Consumers need to proceed with caution when approached by roofing contractors with unsolicited offers to inspect their roof for damage in order to generate an insurance claim. Too often, these offers are part of a fraud scheme by dishonest contractors who misrepresent wear-and-tear as storm damage or, in some extreme cases, actually damage the roof to create a claim.
If it sounds too good to be true, it probably is.
Insurance coverage for damage to a roof is based upon the roof sustaining damage from a “covered peril” – all covered perils are listed in the actual insurance policy wording. Further insures generally will not pay to replace the entire roof unless the entire roof is damaged due to a “required peril”. Keep in mind that insurance coverage does not pay for maintenance or for a roof that has to be replaced due to normal aging, or wear and tear.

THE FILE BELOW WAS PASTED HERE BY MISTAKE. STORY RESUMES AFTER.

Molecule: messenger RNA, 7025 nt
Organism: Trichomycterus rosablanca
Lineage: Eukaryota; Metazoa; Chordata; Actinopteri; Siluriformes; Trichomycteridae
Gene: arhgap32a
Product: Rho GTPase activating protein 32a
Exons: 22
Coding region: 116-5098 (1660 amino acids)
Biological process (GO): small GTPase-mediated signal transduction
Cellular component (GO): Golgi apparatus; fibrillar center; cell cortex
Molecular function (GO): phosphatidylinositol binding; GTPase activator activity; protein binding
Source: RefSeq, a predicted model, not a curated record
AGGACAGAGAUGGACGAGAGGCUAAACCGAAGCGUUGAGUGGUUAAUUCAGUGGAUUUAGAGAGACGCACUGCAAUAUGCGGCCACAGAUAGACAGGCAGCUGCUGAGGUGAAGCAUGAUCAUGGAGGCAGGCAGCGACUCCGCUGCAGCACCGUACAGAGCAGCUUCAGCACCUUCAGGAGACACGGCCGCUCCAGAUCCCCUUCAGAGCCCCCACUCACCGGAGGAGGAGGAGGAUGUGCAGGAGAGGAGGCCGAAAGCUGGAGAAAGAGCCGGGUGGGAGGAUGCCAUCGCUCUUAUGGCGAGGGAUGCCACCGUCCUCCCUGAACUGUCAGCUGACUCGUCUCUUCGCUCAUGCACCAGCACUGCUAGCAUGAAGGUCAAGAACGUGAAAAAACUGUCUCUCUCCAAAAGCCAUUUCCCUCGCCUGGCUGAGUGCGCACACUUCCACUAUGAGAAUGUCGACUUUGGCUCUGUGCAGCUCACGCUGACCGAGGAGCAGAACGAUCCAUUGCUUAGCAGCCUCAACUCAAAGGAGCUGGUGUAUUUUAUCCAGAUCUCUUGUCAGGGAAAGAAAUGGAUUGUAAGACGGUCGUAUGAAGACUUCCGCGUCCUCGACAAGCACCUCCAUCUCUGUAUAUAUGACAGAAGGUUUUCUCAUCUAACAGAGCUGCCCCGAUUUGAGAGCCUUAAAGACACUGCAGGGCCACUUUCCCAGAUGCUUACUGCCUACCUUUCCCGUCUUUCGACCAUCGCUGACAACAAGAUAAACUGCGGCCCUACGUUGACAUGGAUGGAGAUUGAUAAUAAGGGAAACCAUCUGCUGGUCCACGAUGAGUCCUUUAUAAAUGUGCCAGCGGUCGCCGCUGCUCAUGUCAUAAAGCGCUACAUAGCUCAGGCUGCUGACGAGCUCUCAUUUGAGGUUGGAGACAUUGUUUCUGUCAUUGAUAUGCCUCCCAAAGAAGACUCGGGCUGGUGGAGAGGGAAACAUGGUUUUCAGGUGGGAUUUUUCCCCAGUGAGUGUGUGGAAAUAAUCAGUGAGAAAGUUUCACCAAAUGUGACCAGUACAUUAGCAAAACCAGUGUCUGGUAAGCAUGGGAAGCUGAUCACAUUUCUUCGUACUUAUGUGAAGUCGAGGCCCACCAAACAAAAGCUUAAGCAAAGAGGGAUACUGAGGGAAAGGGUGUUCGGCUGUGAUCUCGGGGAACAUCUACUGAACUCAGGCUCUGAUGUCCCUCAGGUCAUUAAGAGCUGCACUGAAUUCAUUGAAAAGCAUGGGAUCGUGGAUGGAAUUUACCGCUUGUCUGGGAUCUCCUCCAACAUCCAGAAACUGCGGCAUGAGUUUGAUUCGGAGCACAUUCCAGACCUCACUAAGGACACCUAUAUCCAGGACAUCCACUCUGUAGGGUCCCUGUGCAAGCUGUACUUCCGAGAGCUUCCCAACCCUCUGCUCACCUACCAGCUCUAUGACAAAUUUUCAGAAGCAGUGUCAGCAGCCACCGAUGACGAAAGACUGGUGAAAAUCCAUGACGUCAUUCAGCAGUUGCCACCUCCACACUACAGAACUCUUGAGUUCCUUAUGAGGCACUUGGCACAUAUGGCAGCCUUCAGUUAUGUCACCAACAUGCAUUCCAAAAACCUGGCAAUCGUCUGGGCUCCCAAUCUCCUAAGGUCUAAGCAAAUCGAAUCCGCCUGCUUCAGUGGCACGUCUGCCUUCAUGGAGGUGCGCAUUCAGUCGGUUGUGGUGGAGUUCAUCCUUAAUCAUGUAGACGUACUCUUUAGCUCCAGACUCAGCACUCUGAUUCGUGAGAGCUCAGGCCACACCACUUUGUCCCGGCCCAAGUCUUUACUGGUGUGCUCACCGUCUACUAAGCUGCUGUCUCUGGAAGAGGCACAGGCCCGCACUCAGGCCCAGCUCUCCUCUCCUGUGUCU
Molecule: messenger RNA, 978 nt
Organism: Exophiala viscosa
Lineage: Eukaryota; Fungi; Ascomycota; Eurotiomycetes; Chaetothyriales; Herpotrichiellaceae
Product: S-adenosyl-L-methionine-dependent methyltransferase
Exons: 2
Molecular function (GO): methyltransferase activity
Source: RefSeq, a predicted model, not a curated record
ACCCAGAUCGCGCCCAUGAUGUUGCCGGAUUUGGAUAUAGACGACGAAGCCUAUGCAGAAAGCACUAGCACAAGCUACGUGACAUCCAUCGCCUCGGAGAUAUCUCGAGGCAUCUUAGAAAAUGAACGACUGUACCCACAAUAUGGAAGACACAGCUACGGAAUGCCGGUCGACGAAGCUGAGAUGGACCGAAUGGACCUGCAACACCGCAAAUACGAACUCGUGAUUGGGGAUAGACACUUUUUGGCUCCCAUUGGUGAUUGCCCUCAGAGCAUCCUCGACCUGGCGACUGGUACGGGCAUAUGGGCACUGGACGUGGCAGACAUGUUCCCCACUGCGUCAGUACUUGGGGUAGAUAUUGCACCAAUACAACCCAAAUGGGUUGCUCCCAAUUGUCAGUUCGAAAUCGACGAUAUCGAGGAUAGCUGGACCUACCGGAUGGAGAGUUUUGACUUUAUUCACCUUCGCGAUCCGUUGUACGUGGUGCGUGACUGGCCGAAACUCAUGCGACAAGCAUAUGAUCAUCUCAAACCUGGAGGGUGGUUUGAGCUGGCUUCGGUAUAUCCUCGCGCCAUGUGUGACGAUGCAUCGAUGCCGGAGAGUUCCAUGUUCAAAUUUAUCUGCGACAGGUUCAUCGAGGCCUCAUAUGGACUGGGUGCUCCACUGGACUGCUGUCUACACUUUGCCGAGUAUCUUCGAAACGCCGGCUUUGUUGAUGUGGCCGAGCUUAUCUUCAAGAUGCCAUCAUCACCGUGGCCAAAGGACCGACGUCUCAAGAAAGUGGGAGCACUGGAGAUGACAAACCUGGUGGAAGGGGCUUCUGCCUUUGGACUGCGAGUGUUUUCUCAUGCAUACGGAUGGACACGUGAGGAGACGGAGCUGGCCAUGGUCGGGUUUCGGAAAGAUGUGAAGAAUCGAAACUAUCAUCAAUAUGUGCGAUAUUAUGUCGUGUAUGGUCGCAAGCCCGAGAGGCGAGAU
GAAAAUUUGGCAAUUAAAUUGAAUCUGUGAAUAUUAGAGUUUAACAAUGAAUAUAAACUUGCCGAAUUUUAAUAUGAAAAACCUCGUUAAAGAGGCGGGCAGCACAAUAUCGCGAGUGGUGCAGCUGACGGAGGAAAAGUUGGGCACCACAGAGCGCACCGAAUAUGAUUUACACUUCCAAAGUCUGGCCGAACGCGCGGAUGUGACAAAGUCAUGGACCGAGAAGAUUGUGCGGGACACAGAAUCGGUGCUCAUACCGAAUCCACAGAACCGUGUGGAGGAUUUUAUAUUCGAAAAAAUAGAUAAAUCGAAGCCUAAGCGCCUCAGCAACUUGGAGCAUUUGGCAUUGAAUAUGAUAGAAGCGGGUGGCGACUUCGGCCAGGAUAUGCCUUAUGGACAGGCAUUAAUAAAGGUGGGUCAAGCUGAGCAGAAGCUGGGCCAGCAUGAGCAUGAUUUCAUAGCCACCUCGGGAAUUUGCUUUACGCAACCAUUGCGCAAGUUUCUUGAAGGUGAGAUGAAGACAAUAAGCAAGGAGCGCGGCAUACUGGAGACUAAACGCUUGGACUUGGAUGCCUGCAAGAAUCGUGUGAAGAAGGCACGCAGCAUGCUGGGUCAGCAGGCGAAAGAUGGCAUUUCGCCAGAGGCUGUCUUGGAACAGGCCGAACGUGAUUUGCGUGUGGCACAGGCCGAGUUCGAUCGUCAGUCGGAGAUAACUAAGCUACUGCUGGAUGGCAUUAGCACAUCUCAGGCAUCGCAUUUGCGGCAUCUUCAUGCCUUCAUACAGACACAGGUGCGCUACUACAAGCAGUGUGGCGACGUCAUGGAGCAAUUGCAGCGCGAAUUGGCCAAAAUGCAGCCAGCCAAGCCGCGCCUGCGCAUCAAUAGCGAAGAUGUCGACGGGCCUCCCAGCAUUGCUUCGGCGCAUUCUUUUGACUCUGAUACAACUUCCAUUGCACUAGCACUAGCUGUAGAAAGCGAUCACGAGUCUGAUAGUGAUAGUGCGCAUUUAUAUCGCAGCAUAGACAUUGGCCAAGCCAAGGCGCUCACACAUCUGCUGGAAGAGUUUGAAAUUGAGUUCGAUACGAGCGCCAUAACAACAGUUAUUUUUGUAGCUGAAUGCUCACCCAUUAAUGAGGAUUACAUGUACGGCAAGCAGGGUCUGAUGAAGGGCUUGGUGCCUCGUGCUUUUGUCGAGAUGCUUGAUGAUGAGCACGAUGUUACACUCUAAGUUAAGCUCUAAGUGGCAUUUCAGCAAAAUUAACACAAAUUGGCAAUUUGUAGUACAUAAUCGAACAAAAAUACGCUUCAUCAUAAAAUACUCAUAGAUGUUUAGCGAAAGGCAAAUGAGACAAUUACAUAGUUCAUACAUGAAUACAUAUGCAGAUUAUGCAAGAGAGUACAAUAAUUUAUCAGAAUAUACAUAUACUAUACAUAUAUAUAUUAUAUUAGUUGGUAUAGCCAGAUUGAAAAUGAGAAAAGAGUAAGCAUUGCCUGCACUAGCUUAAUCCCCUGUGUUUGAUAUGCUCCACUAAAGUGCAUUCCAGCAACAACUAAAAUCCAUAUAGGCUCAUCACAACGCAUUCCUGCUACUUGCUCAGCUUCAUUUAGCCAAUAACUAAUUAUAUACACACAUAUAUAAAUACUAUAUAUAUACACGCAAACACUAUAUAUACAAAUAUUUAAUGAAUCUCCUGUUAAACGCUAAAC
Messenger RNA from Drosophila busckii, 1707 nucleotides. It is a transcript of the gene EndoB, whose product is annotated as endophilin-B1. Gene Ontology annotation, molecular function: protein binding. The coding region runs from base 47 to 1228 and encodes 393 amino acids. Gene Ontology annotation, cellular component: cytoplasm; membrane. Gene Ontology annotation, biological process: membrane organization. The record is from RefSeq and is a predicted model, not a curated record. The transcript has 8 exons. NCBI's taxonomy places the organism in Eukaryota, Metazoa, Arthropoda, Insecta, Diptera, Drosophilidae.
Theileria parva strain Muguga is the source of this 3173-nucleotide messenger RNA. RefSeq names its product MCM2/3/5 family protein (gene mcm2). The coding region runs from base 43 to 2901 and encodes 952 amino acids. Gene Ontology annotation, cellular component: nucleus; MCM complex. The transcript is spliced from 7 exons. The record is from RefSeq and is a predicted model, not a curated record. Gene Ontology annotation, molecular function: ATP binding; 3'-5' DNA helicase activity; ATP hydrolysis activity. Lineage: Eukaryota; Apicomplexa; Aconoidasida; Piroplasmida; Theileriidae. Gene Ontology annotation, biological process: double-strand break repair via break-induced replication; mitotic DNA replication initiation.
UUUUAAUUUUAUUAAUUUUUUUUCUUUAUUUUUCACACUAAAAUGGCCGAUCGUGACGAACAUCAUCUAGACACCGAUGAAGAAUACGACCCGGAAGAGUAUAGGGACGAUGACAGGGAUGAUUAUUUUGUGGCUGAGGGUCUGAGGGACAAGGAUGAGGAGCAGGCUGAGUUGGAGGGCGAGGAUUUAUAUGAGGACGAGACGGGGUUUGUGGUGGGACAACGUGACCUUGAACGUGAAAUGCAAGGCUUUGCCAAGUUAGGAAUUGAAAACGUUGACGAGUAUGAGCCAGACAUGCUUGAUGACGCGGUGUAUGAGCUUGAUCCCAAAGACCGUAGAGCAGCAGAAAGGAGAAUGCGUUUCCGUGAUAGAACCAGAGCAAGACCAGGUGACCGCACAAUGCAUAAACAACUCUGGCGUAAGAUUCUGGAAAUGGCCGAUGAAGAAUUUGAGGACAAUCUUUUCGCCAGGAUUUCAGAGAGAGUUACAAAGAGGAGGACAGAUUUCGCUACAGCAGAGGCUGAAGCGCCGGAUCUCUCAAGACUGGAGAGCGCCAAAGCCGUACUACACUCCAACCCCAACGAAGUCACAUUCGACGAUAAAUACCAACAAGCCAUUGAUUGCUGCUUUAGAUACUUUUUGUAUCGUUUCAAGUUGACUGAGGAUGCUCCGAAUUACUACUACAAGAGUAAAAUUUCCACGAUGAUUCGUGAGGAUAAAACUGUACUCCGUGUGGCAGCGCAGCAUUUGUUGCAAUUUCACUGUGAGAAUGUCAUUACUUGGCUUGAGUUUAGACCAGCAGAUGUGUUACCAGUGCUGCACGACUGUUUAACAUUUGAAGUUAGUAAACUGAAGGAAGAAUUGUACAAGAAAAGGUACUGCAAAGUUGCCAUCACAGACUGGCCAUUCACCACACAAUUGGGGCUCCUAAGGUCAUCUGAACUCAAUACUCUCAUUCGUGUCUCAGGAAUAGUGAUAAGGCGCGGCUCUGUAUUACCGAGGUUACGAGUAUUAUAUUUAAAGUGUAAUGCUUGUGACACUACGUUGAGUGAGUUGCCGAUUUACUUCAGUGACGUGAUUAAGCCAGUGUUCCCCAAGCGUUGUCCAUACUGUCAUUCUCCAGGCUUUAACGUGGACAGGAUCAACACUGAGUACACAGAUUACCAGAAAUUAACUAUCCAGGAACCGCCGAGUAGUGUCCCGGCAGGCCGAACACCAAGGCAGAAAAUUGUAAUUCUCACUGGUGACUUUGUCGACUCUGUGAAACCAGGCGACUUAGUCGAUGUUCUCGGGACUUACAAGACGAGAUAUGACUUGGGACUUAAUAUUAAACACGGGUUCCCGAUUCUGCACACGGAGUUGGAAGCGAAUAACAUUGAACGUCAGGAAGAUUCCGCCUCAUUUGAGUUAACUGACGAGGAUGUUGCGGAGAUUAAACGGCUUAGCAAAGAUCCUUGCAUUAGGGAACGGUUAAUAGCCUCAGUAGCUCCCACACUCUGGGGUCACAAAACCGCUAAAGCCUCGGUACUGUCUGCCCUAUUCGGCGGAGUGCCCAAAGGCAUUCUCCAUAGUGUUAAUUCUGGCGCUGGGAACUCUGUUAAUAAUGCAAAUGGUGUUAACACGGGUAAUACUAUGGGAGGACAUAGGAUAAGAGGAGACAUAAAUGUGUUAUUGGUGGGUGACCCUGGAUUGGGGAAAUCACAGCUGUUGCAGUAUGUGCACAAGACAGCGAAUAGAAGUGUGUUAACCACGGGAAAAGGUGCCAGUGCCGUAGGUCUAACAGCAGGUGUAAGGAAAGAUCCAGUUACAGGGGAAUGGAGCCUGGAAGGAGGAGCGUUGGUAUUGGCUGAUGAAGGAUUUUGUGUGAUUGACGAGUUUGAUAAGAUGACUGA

Tips for homeowners who are approached by a roofing company making these claims:
· Be wary of unsolicited offers to repair your roof, particularly if they suggest that your insurer will pay for the repairs.
· Check out a contractor’s license, credentials, and reputation before you allow them to access your property. It is also a good idea to check for references and to check with the Better Business Bureau.
· If a contractor is only interested in identifying and repairing damage that might be covered by insurance, that could be a sign of fraud.
· Do not sign a document that purports to “assign” your insurance claim to the contractor. It is illegal for a contractor to submit and negotiate an insurance claim on your behalf; only a licensed public adjuster can do that.
· When you hire a contractor, your insurer will work with you and the contractor to determine the scope of the covered damage, the amount payable under your policy, and how the repair costs will be paid.